James Lawson’s name is one that is probably not familiar as a civil rights hero among those who haven’t especially studied the movement.
Yet John Lewis says in his memoir, Walking with the Wind, “Little did I know that the man who would truly turn my world around was waiting for me in Nashville. His name was Lawson, Jim Lawson.”
It was from Lawson that Lewis first learned the depth of the philosophy of nonviolent action. Lawson was a field secretary for the Fellowship of Reconciliation (FOR); he traveled around the country giving workshops until he settled at Vanderbilt University in Nashville, where. Lewis was a theology student at Fisk University.
Lawson had grown up in Ohio. As a conscientious objector during the Korean War, he served 14 months in jail. After serving his time, he went to India as a Methodist missionary and became profoundly obsessed with the teachings of Mahatma Gandhi.
Lewis and his best friend, Bernard Lafayette, attended the workshops that Lawson offered. It was also Lawson who introduced them to the Highlander Folk School, where founder Myles Horton, Septima Clark, Rosa Parks, and others taught both citizenship classes and nonviolence as a means to ending segregation and acquiring the vote.
Buoyed by Lawson’s continued teaching and encouragement, the young Lewis and Lafayette along with James Bevel, Diane Nash and others went to a conference in Atlanta that led to the formation of the Student Nonviolent Coordinating Committee (SNCC).
Lawson was instrumental in the writing of SNCC’s Statement of Purpose in 1960. Yet just two years later, at the April 1962 anniversary conference, he was not invited. The membership of SNCC was changing to more radical voices who advocated revolution rather than integration and argued for violence in the name of self-defense. Stokely Carmichael, James Forman, and Tom Hayden were among those new voices. While Lewis was elected to the executive committee of SNCC and was also asked by Dr. Martin Luther King Jr. to be on the board of the Southern Baptist Leadership Conference, it wouldn’t be long before he was sidelined from SNCC also because his heart and soul were with Lawson and King.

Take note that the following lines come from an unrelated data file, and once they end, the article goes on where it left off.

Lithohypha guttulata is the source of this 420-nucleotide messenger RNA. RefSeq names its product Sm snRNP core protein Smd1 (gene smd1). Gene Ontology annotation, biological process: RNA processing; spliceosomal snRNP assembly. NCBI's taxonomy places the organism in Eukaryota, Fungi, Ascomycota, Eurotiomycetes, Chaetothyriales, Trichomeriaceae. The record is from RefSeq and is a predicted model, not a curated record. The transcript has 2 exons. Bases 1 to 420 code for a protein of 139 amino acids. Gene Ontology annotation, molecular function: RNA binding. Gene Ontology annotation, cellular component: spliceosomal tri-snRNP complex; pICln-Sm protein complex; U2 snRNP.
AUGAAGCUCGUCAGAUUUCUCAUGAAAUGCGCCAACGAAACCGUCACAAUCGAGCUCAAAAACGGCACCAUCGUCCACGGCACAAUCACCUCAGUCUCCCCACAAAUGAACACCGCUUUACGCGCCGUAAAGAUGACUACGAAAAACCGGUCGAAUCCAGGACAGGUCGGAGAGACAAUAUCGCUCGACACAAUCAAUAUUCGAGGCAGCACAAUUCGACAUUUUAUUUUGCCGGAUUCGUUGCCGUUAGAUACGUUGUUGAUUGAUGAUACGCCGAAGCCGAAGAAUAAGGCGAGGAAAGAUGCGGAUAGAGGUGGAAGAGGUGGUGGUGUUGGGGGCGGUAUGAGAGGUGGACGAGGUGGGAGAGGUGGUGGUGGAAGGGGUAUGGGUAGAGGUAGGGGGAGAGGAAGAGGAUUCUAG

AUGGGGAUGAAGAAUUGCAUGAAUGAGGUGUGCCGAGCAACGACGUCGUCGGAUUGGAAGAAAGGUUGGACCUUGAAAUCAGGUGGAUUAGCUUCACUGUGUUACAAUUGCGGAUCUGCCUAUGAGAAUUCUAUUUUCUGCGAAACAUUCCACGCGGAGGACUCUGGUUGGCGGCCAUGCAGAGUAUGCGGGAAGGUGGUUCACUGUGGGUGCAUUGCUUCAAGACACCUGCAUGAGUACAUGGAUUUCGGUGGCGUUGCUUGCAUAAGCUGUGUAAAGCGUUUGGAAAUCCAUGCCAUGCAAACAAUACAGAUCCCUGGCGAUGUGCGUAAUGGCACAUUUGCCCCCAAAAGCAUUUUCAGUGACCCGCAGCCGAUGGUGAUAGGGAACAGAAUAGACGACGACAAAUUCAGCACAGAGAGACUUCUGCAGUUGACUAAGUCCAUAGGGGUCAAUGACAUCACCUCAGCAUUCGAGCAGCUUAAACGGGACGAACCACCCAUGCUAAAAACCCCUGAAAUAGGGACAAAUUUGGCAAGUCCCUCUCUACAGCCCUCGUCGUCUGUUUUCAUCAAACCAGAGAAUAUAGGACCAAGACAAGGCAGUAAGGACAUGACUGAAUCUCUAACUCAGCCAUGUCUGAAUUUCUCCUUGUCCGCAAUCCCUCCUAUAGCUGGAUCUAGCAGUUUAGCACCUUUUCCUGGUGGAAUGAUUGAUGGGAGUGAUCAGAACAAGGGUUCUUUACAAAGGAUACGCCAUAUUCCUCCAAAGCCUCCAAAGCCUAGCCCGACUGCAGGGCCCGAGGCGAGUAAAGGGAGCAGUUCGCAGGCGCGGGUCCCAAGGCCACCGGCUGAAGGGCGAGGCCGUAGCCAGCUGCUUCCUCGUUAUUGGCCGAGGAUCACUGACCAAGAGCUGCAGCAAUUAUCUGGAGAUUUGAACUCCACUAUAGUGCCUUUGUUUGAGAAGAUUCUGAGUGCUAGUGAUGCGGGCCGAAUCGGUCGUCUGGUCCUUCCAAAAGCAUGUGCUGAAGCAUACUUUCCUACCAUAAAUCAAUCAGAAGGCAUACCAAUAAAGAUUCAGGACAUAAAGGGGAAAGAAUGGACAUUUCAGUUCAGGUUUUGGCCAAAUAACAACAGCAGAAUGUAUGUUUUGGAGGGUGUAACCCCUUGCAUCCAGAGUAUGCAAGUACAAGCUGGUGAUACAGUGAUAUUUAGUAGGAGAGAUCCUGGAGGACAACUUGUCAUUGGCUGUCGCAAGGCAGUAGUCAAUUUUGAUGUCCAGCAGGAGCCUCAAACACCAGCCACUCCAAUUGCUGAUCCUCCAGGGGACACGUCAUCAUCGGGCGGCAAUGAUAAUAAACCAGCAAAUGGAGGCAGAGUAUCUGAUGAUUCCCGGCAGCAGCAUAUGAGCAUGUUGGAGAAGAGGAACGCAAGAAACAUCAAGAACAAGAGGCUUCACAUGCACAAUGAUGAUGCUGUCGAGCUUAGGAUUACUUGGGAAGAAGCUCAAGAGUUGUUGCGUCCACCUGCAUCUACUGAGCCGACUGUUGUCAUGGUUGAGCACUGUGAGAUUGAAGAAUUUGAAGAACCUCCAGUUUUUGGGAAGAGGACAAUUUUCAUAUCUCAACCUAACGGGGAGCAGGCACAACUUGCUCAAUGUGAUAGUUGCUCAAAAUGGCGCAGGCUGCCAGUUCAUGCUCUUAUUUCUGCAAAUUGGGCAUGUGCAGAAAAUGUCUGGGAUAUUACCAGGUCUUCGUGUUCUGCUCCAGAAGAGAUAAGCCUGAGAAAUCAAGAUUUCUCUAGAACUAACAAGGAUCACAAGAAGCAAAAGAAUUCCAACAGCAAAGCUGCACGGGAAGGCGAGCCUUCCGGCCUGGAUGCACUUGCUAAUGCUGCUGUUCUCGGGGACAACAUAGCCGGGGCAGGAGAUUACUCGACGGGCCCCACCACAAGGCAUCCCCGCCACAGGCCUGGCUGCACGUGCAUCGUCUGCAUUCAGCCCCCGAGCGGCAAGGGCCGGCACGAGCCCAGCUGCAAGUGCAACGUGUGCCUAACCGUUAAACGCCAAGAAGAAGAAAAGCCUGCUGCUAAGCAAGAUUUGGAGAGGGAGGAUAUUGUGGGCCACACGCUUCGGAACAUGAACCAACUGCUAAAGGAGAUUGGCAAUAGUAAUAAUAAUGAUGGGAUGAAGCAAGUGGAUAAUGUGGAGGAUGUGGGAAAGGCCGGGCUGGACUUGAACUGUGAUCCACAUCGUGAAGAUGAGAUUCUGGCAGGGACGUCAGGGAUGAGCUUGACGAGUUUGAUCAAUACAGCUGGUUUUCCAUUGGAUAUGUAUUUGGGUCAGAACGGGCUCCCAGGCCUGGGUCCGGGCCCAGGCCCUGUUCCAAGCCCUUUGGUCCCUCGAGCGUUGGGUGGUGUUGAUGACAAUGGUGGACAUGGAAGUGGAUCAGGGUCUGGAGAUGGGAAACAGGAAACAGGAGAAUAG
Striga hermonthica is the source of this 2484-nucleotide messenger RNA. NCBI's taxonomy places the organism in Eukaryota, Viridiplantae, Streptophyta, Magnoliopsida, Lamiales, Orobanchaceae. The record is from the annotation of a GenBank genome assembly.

Though Carmichael directly attacked Lawson, saying that “deliberate self-sacrifice [was] an unnatural philosophy,” he continued to teach nonviolent resistance as an instructor at COFO (the Committee of Federated Organizations) in Oberlin, Ohio, which was training volunteer students, many from the North, for the voting rights drive of Freedom Summer. He also was active in trying to get the Methodist Church to abolish its principle of Central Jurisdiction, which meant that while many African-Americans served as bishops, pastors, and missionaries, there were many segregated Methodist churches.
A year ago April, I watched the CPAN coverage of the day-long gathering in Memphis that marked the 50th anniversary of Dr. King’s murder. I watched all the wonderful speeches from the modern-day civil rights icons, but what really made me sit up was the voiceover saying that James Lawson was to be the next speaker. I hadn’t known he was still alive. How glad I was to see and hear directly from this man who had such a powerful effect on the nonviolent movement and on John Lewis in particular.
Dr. Lawson, who is 90, established The James Lawson Institute (JLI) in 2013 to educate organizers and leaders about nonviolence. A documentary about Dr. Lawson may be seen at https://www.pbs.org/thisfarbyfaith/witnesses/james_lawson.html.